Biological diversity: Darwin down under

Charles Darwin visited Australia and the Royal Botanic Garden Sydney in 1836. While here he made observations about Australian plants that formed the basis of his theories of natural selection.

Close-up of an orange and yellow Philip-van-der-Kolff-Grevillea flower

Stage 6




2 hours


Australian PlantBank, Australian Botanic Garden Mount Annan

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Minimum charges apply. Discounts apply for full-day programs!

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Scientists at the Royal Botanic Garden Sydney continue to ask questions about the evolution, distribution and abundance of Australian plant species.

Using some of this recent research, students will engage in collaborative, inquiry-based projects using critical and creative thinking to develop an understanding of biological diversity and the theory of evolution.

Students will

  • Learn about Charles Darwin's observations of Australian plants

  • Investigate current botanical research to explain the diversity, evolution and adaptations of key Australian species

  • Analyse primary and secondary resources to propose hypotheses for plant research.

Key content

Students complete two or more of the following activities:

  • Activity 1: Wollemi Under Pressure
    Students examine changes to the distribution of the Wollemi Pine and what environmental pressures act on it. New DNA research now provides an update on the future of this significant species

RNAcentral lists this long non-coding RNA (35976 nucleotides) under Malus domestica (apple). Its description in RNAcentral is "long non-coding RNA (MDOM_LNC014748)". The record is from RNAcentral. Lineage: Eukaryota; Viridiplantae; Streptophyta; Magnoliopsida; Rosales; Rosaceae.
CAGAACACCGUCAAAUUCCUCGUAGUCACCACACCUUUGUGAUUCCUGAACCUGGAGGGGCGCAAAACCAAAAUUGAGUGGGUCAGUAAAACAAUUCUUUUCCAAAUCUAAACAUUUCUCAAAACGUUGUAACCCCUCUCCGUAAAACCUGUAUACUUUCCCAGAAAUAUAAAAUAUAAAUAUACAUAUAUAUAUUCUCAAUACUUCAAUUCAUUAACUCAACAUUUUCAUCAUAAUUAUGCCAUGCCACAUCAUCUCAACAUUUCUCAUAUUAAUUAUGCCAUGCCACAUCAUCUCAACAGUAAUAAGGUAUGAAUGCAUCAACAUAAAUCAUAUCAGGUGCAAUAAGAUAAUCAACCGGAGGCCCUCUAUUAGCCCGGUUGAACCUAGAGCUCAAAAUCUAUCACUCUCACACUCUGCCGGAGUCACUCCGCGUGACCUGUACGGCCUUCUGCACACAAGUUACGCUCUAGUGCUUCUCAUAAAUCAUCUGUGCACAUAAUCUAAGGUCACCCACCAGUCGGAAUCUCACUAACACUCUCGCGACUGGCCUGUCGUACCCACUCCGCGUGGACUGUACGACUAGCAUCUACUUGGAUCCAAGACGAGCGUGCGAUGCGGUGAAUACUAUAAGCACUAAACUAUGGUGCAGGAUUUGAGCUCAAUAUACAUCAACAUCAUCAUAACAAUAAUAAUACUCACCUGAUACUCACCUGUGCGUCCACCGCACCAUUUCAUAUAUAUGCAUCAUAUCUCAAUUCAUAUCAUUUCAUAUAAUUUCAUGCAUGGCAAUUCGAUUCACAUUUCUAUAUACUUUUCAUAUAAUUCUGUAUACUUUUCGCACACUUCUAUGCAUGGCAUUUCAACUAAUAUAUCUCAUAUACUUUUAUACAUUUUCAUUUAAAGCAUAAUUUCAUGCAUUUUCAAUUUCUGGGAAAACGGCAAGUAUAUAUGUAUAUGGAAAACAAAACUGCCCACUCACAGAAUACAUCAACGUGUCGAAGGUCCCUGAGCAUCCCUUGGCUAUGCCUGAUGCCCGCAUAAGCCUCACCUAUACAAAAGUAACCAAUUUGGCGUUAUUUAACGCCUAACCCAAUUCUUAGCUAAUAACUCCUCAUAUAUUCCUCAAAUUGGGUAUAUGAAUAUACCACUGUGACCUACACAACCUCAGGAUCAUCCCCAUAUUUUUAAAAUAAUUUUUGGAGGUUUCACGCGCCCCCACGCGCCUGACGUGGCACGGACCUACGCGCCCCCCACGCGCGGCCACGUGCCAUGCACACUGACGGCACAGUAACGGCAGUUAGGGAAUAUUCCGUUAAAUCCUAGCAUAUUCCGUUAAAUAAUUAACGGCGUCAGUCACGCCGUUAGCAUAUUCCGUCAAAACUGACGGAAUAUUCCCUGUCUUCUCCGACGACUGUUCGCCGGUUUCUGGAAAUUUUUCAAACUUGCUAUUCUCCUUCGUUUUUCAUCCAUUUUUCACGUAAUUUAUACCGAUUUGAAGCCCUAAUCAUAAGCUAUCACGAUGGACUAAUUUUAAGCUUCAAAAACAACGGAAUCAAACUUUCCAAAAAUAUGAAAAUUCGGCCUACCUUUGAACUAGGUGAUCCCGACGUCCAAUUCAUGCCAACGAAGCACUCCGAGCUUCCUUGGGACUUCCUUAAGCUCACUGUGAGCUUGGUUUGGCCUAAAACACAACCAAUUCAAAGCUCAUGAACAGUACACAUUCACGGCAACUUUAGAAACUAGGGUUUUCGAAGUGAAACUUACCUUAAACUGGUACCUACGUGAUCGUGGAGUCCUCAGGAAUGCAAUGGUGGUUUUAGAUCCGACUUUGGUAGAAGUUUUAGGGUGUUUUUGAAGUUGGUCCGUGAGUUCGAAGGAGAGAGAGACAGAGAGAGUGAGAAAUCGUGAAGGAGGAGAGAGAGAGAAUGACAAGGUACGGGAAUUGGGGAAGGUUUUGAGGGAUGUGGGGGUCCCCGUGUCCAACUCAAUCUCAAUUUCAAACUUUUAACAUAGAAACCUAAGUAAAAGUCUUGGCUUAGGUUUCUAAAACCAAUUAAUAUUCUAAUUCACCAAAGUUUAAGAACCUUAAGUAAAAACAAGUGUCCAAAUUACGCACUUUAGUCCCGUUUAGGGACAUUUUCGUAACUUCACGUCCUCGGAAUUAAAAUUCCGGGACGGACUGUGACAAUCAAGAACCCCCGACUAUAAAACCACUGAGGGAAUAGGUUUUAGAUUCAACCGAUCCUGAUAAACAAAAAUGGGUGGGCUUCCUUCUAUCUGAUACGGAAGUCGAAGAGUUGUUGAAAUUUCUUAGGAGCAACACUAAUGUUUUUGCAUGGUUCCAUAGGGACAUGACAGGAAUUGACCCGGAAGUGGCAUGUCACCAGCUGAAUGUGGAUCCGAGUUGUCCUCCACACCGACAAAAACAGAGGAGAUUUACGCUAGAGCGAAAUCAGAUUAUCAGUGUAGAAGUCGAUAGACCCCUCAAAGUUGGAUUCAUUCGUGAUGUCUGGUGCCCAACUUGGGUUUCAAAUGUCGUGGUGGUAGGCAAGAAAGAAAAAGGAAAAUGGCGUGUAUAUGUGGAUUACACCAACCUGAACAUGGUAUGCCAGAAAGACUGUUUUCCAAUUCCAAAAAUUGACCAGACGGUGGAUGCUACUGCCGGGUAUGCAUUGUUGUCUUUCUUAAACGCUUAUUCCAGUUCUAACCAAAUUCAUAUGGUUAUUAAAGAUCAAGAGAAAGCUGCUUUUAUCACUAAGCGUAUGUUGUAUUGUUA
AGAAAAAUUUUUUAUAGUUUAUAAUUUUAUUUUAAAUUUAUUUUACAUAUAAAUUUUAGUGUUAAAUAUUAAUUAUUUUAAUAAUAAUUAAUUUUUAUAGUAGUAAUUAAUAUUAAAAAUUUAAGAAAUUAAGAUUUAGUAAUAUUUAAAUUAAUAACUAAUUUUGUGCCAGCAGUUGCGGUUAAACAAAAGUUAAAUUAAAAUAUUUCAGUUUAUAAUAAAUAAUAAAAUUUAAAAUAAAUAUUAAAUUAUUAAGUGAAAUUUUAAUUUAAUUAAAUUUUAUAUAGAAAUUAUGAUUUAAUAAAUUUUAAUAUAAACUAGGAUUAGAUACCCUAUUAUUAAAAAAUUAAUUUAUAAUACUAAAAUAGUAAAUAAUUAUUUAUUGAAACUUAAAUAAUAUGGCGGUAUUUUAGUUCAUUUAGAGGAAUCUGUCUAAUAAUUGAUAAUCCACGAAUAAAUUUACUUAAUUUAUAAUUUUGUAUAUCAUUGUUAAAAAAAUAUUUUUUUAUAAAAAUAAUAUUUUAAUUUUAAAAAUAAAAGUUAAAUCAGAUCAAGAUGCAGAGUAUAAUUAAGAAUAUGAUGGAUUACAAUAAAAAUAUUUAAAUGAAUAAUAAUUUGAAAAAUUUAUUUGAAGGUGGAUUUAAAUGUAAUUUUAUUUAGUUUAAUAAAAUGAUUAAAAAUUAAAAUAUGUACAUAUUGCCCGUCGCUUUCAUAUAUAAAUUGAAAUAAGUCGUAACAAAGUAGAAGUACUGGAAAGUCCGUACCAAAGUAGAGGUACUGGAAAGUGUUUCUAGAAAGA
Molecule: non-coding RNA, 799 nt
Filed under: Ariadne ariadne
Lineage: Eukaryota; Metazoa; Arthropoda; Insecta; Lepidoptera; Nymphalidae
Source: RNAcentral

• Activity 2: Eucalypts are Diverse
    Students observe the adaptations of four eucalypt species to explain how they have adapted to their specific environments

  • Activity 3: Prolific Proteaceae
    Students examine the symmetry of flowers and how recent DNA data has led to an understanding of the evolution of this family of plants

  • Activity 4: Where has the Black Bean Been?
    Students will examine methods of seed dispersal and form hypotheses about the dispersal mechanisms of the Black Bean tree. New research from our scientists suggests there is more to the story.

Links to New South Wales curriculum

Focus Syllabus Outcomes

Science Module 3: Biological Diversity

  • Develops and evaluates questions and hypotheses for scientific investigation (BIO11/12-1)
  • Designs and evaluates investigations in order to obtain primary and secondary data and information (BIO11/12-2)
  • Communicates scientific understanding using suitable language and terminology for a specific audience or purpose (BIO11/12-7)
  • Describes biological diversity by explaining the relationships between a range of organisms in terms of specialisation for selected habitats and evolution of species (BIO11-10)
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Investigate current botanical research to explain the diversity, evolution and adaptations of key Australian species.